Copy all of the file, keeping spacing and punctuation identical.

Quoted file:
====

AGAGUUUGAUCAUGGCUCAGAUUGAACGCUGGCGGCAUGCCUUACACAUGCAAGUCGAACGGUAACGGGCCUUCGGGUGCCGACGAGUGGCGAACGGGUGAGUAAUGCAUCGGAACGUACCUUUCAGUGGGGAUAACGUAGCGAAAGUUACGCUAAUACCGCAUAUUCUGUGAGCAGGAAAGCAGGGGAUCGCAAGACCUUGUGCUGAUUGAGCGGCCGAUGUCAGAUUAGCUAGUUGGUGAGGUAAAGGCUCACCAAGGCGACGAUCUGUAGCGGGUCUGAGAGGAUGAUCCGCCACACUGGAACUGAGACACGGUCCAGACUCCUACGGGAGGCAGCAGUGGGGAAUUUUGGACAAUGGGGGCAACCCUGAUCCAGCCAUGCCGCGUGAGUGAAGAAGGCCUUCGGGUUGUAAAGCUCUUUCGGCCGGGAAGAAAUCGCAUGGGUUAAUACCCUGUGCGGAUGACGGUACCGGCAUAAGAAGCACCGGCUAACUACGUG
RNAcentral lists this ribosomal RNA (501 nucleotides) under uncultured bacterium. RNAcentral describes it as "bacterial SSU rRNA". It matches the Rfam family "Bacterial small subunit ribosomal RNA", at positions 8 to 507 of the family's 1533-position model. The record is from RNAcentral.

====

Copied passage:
AGAGUUUGAUCAUGGCUCAGAUUGAACGCUGGCGGCAUGCCUUACACAUGCAAGUCGAACGGUAACGGGCCUUCGGGUGCCGACGAGUGGCGAACGGGUGAGUAAUGCAUCGGAACGUACCUUUCAGUGGGGAUAACGUAGCGAAAGUUACGCUAAUACCGCAUAUUCUGUGAGCAGGAAAGCAGGGGAUCGCAAGACCUUGUGCUGAUUGAGCGGCCGAUGUCAGAUUAGCUAGUUGGUGAGGUAAAGGCUCACCAAGGCGACGAUCUGUAGCGGGUCUGAGAGGAUGAUCCGCCACACUGGAACUGAGACACGGUCCAGACUCCUACGGGAGGCAGCAGUGGGGAAUUUUGGACAAUGGGGGCAACCCUGAUCCAGCCAUGCCGCGUGAGUGAAGAAGGCCUUCGGGUUGUAAAGCUCUUUCGGCCGGGAAGAAAUCGCAUGGGUUAAUACCCUGUGCGGAUGACGGUACCGGCAUAAGAAGCACCGGCUAACUACGUG
RNAcentral lists this ribosomal RNA (501 nucleotides) under uncultured bacterium. RNAcentral describes it as "bacterial SSU rRNA". It matches the Rfam family "Bacterial small subunit ribosomal RNA", at positions 8 to 507 of the family's 1533-position model. The record is from RNAcentral.